Prosecutor files lawsuit against Mowi Chile over 2018 escape
Chile’s Council for the Defense of the State (CDE) has filed a lawsuit with the third environmental court against Mowi Chile, seeking for the salmon farmer to rectify a large-scale escape of 690,000 fish from its Punta Redonda faming center on Guar Island in the south of the country in July 2018.
The suit comes on the heels of an August 2020 fine of CLP 5.3 billion (USD 6.7 million, EUR 5.7 million) that Chile’s Superintendency of the Environment, SMA, levied against Mowi for the same incident. The environmental watchdog said that the event had caused “irreparable environmental damage,” as the farmer had failed to maintain “the appropriate security conditions and cultivation elements of optimal quality and resistance.”
SMA cited outdated water current measurements at the Los Lagos region, Calbuco district center built in 2017, failure to implement recommended moorings, and evidence of wear and tear of the nets and mooring lines to which the company did not respond, which led to the escape when the center was subjected to extreme weather conditions.
At the time, Mowi Chile released a statement in which it denied any environmental damage and said it would appeal the fine, saying the SMA resolution “is based exclusively on a legal presumption that has no scientific basis.”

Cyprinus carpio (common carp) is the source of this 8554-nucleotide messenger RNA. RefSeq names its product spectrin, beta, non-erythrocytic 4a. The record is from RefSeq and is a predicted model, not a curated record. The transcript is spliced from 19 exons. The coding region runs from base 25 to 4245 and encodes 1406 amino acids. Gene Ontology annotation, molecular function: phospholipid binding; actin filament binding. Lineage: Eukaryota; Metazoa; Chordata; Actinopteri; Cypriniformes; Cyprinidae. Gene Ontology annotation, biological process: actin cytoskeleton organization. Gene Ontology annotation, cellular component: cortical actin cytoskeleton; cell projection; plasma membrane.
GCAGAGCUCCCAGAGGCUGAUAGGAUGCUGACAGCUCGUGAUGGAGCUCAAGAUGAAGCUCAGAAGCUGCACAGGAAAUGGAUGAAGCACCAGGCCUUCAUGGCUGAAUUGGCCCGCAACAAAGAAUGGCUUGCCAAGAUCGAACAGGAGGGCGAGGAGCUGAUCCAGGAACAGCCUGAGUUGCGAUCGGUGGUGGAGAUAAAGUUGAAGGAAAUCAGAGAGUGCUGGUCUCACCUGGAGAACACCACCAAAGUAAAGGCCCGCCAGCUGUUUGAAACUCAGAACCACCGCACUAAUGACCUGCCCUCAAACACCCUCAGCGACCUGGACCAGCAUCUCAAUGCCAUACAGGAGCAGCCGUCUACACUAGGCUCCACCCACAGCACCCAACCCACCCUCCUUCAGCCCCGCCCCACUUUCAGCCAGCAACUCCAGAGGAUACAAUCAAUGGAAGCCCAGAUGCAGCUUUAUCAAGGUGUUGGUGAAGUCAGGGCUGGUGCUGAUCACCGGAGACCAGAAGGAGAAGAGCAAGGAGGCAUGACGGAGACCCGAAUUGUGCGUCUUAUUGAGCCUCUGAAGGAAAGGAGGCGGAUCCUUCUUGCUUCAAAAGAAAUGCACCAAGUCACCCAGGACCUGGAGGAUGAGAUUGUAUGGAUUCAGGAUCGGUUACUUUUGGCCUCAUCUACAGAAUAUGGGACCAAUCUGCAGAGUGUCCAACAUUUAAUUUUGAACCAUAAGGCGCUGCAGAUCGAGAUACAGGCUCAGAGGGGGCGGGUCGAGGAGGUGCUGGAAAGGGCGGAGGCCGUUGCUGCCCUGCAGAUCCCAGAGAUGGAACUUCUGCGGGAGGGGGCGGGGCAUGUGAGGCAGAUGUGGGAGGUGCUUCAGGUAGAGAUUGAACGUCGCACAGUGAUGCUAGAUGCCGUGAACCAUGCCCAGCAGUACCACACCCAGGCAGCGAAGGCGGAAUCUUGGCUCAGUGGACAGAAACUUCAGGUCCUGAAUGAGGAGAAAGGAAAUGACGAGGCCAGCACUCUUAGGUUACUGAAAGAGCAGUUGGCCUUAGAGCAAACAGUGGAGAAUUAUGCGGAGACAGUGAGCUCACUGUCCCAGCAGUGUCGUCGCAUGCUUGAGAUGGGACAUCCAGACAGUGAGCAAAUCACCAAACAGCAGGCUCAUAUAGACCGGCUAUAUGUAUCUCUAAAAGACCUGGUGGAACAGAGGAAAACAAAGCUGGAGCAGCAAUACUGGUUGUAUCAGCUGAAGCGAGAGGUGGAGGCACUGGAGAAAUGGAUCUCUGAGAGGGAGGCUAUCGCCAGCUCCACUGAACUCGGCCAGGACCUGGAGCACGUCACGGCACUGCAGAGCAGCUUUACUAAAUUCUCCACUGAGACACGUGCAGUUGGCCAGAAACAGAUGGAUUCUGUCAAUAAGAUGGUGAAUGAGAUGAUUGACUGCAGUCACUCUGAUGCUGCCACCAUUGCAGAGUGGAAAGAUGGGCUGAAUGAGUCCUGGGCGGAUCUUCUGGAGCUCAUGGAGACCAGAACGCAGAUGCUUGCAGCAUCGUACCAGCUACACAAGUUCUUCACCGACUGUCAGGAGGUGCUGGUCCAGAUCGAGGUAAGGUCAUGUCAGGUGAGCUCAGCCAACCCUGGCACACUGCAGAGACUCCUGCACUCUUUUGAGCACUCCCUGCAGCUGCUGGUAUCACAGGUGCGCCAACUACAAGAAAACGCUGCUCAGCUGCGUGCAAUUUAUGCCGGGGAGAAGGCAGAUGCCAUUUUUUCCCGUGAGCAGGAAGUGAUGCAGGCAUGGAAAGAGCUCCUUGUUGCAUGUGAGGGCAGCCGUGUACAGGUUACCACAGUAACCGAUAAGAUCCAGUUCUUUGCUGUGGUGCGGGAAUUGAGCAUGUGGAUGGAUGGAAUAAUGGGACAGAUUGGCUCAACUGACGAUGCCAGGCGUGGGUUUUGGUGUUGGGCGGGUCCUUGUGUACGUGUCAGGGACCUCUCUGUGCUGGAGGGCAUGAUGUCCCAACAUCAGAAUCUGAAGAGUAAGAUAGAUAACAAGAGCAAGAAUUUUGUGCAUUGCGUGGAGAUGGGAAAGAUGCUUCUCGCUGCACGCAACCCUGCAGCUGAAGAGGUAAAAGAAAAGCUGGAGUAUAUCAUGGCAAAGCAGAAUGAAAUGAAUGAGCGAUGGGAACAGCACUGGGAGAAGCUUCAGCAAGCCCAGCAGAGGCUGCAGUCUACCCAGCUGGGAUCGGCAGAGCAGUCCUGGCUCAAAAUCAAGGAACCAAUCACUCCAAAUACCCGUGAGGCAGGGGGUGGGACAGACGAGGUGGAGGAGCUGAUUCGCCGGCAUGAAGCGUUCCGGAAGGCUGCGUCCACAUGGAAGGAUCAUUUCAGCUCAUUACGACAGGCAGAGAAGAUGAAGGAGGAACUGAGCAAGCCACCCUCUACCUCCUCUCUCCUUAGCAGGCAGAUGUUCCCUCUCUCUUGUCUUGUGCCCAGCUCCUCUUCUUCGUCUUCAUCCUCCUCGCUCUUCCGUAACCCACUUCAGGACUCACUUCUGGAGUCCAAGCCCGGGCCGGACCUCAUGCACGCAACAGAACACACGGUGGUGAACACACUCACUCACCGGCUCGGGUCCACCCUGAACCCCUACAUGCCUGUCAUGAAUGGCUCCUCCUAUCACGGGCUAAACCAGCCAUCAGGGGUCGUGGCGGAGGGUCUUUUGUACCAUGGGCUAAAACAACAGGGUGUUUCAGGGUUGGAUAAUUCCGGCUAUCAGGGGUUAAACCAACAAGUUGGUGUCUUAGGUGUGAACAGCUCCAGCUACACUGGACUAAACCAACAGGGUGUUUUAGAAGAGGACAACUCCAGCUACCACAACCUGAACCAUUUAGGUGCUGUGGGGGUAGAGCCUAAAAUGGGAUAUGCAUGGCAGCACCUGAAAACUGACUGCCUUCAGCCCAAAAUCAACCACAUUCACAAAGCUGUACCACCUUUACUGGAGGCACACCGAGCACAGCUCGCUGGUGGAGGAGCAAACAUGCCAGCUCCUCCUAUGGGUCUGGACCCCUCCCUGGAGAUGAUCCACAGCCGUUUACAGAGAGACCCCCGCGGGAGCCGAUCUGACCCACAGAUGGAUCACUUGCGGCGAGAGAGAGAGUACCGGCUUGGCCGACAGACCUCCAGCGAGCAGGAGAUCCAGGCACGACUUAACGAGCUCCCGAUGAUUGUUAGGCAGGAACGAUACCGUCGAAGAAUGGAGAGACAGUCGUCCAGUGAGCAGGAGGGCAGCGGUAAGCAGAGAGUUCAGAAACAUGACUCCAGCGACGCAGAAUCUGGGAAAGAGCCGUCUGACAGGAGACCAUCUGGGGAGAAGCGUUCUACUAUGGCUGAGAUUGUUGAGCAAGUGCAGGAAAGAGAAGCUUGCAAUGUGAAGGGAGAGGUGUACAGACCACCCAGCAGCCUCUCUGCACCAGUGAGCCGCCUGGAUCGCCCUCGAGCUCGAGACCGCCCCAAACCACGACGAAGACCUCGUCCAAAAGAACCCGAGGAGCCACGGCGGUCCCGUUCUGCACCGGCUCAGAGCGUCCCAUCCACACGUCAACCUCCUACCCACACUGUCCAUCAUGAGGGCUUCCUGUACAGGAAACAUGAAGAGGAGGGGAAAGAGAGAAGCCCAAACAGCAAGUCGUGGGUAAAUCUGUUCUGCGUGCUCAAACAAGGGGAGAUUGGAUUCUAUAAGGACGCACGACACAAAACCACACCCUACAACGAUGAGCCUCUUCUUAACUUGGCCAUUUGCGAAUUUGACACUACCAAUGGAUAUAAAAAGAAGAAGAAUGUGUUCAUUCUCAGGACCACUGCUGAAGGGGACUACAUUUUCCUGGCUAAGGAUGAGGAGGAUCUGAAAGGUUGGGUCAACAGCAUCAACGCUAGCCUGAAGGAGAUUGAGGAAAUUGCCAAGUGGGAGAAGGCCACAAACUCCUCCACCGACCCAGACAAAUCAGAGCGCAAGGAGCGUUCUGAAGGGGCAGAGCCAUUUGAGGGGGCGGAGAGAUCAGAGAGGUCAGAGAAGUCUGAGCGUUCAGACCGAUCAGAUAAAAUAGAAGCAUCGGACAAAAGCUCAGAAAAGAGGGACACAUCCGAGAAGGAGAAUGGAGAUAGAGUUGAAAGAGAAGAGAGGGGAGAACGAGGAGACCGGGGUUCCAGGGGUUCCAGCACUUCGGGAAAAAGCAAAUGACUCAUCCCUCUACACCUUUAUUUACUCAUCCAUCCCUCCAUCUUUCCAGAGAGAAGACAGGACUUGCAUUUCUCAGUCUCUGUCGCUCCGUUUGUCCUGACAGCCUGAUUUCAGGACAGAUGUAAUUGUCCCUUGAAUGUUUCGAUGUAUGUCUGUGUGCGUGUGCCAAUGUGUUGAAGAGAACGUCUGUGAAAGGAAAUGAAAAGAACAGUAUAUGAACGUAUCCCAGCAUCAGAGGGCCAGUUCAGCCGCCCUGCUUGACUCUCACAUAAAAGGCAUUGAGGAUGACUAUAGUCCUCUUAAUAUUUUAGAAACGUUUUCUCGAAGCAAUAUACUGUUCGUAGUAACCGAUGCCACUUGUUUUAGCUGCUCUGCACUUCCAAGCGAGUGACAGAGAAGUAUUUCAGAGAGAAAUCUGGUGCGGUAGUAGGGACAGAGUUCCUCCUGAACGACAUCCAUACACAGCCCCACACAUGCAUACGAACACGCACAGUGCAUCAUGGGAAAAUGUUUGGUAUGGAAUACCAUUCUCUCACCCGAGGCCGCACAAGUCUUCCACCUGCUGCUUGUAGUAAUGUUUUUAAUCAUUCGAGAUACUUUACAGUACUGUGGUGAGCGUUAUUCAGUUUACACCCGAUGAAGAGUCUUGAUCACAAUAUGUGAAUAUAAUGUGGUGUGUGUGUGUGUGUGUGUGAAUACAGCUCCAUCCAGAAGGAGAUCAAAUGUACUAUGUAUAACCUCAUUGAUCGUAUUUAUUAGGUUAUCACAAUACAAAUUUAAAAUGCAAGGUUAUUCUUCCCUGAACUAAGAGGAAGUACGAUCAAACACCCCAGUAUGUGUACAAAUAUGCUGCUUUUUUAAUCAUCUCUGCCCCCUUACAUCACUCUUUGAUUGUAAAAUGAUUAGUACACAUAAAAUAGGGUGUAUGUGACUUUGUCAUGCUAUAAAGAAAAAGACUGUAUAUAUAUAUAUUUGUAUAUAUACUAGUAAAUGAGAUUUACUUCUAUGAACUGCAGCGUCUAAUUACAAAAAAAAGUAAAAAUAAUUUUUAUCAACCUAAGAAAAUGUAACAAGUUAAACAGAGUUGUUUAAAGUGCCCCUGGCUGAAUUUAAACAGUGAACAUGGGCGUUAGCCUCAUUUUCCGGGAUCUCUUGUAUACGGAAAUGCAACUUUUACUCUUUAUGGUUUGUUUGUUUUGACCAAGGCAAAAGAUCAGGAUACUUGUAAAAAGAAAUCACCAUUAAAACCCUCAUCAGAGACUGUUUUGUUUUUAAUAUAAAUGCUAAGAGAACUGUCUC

In the latest charge presented in a 38-page suit, the CDE asserts that the escape generated two types of environmental damage: "instantaneous damage in the significant loss, reduction, detriment or impairment of the environment, consisting of the sudden and massive incorporation of an approximate total of 651,991 individuals of the exotic species Salmo salar […and] contingent damage, consisting of the significant loss, reduction, detriment or impairment of the environment, as a consequence of the plurality of harmful effects that will manifest themselves in the future and whose causal courses are under development."
According to the document, the consequences of the introduction of thousands of exotic fish into the Reloncaví basin and estuary ecosystem “will produce considerable transformations in the biodiversity of the place, directly affecting native species. In effect, there is no way to recover the individuals of Atlantic salmon that have escaped, nor to reverse the effects of their escape, such as the consumption of native species and/or competition with them, or the alteration of habitats.”
As such, CDE requested reparatory measures including a study to measure biological diversity indicators; the execution of a repopulation program for native fish species that may have been the object of predation or displacement by the exotic species present in the area; and the creation of a fund to be handled by a public institution for the financing of research projects aiming to enhance the environmental and socio-cultural value of the Reloncaví basin and estuary.
The prosecutor also solicited updated studies on winds and marine currents, which shall serve as the basis for calculations used for the installation of cages in all the company's farming centers in the Los Lagos region.